This philosophical inquiry found its inspiration in how Judith Butler places a humanist notion of a “self” at the center of a problem for ethics, for its role in the constitution of its other(s) in a structure of address. This notion of a “self” is also what normative truths and realities currently lean into, and conversely support – ways of reading, speaking, feeling, thinking, being and knowing that are premised on this type of subject, foreclosing everything else.
It is a thesis that pursues two main interests: First, how may we most usefully imagine normative and framing functions of teachers reiterating educational discourse? And second, what might the way we reappropriate Butler’s concept of constitutive address mean for the possibility of allowing for less ethically violent ways of becoming in educational relations?
The issue is neither of specific norms nor specific effects to be countered, but of better grasping the underlying power of address and how our dependence on normative citationality implicates us all in the foreclosure of others’ lives and relations.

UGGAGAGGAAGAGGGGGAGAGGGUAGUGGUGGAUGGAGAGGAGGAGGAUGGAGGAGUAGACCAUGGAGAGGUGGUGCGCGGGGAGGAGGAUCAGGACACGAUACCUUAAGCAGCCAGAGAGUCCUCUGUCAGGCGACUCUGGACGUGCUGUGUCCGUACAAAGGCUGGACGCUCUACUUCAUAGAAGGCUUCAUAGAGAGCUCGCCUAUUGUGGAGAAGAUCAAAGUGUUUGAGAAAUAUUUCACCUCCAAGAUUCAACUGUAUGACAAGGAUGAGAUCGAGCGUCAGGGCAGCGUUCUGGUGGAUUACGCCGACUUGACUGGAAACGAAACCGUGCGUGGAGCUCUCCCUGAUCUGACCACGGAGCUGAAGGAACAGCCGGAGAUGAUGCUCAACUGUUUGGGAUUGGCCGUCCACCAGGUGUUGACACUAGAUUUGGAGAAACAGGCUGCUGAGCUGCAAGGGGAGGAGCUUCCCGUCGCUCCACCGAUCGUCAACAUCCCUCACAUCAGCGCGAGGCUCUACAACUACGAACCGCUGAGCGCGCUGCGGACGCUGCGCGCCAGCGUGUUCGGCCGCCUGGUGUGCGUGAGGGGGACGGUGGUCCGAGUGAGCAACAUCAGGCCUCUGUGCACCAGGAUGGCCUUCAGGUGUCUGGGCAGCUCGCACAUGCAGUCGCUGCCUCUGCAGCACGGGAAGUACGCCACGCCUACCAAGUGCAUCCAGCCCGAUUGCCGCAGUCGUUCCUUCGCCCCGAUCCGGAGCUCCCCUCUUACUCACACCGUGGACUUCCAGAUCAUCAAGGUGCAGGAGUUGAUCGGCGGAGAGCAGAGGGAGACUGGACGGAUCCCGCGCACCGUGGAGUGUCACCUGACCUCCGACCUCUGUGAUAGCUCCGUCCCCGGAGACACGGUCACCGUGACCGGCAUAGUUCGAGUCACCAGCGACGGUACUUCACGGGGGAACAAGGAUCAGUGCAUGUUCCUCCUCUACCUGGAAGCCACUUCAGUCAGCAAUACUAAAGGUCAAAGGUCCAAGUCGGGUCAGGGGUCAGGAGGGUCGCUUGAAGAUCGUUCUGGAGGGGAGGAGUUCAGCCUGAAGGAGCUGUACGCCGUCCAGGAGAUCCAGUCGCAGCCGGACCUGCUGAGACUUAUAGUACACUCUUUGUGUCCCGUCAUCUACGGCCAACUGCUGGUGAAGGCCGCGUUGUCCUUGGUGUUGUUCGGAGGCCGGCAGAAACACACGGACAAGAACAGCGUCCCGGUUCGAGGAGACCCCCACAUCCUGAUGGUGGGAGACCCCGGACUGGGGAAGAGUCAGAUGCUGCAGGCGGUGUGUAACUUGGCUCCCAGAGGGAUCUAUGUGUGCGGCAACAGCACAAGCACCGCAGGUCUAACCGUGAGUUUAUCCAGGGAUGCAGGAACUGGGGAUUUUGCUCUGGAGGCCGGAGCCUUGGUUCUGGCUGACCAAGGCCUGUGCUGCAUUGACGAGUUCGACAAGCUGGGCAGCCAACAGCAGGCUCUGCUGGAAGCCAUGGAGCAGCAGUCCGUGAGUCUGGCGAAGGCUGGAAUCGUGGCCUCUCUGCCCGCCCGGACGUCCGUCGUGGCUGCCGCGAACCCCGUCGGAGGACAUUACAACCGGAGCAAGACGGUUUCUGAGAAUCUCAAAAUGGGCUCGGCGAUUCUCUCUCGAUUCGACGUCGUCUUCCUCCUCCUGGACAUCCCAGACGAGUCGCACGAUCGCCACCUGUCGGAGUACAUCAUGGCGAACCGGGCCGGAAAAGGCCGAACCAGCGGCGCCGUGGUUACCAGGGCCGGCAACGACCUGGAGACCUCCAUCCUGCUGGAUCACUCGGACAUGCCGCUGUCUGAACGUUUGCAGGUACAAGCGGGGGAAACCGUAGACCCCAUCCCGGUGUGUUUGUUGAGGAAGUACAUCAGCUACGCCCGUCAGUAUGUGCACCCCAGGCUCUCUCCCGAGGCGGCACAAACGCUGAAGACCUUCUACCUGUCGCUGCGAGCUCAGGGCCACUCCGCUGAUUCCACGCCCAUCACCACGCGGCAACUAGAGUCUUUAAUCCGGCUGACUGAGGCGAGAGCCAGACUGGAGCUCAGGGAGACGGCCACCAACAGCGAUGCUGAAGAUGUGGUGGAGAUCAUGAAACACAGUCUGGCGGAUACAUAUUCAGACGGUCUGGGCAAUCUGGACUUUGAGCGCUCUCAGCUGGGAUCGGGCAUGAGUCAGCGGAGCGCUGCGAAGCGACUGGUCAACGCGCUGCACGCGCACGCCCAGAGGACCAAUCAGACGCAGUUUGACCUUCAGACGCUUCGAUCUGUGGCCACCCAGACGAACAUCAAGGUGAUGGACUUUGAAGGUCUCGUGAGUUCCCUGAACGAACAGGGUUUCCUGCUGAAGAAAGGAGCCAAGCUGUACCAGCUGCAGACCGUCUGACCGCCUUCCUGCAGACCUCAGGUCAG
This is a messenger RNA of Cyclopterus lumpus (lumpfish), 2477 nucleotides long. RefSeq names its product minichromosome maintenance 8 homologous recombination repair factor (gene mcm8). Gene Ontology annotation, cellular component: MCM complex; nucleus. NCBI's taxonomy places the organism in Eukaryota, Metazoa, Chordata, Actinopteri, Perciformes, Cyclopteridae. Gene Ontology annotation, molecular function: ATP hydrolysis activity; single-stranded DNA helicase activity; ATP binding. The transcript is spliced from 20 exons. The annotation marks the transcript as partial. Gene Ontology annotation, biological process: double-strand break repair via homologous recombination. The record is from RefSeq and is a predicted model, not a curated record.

There are two parts, where the first one sets the stage. Three central discourses in teacher education are considered – reflection, psychology and social justice – to exemplify a shared function as demands students are addressed with. This part also concerns conversations with students about these aspects of their studies; drawing support from the work of Butler, but also Jacques Derrida, I develop an argument about performative writing – about how and why insert transcribed exchanges from these conversations throughout the thesis.
With added perspectives from other theorists, Butler’s concept of address is re-argued in the second part as a more complex, and ultimately unstable, dynamic, stretching her notion of framing and ethics to apply differently as well.
This thesis is concerned with how these re-conceptualizations may open up for ways to interrupt – through teacher education – how normativity and framing in educational address currently entail a blanket movement of ethical violence in the reiteration of humanism.